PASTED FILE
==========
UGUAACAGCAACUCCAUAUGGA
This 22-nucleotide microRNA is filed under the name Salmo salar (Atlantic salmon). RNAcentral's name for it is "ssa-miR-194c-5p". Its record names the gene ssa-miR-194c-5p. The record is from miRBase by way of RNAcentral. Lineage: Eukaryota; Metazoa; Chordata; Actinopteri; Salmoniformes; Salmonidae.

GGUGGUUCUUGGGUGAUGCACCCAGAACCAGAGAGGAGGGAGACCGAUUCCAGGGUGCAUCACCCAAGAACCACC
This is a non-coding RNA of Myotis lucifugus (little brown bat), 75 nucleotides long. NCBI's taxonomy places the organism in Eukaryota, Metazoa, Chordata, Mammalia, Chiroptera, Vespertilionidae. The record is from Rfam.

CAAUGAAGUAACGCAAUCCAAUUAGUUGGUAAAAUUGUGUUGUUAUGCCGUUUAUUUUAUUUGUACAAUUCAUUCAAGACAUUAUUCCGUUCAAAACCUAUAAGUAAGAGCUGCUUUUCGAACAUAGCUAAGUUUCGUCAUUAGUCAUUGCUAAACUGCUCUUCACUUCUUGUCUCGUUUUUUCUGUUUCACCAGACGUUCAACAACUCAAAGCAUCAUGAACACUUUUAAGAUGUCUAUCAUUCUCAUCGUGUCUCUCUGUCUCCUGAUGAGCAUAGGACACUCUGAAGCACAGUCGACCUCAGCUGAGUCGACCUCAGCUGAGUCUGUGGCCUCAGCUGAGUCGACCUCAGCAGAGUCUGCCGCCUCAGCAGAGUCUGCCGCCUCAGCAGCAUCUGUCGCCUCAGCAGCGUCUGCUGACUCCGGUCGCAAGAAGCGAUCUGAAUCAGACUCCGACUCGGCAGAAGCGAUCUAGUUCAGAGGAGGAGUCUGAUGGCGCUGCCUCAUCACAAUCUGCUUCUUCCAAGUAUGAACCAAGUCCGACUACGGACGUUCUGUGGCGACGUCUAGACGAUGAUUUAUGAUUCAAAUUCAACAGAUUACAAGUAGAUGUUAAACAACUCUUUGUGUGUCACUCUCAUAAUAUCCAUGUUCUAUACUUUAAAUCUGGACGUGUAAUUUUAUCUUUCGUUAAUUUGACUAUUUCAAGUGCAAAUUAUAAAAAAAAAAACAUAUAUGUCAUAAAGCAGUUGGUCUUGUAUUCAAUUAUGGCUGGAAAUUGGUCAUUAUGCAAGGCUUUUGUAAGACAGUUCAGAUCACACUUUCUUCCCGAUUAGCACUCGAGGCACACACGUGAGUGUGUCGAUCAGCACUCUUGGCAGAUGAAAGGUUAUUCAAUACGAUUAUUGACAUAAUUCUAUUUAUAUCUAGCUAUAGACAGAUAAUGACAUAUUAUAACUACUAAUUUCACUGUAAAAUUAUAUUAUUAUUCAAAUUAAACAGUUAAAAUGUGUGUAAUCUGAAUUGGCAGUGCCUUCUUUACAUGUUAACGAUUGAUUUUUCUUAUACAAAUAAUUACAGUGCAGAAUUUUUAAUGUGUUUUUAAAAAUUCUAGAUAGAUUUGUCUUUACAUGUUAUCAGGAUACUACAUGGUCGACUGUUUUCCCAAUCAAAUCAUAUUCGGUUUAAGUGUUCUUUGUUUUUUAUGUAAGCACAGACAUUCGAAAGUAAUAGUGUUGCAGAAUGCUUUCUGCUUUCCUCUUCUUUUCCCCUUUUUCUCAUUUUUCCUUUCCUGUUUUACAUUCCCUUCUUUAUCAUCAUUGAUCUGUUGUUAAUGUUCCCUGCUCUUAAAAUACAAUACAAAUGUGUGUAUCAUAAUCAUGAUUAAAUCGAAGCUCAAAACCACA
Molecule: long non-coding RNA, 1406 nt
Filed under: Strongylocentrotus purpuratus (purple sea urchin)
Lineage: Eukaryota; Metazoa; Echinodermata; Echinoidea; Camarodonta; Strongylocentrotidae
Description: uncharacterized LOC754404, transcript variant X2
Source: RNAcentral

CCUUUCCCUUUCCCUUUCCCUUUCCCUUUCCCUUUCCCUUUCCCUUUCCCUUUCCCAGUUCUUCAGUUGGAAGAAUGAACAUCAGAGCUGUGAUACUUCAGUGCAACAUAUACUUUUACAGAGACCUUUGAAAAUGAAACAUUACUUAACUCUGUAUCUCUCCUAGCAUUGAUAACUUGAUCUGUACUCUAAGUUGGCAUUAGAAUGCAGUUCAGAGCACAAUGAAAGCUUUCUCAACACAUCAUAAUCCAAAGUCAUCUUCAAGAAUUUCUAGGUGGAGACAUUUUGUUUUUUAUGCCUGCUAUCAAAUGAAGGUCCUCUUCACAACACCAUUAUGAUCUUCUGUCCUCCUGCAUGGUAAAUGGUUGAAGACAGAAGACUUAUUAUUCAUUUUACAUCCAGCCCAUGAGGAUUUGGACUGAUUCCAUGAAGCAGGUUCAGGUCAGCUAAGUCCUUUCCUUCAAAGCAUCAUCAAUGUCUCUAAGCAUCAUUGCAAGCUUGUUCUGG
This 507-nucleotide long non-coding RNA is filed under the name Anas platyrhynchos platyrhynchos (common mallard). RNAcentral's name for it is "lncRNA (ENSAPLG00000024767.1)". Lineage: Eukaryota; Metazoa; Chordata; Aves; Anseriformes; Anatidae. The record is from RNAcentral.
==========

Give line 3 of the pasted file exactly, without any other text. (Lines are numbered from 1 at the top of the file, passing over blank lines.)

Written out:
GGUGGUUCUUGGGUGAUGCACCCAGAACCAGAGAGGAGGGAGACCGAUUCCAGGGUGCAUCACCCAAGAACCACC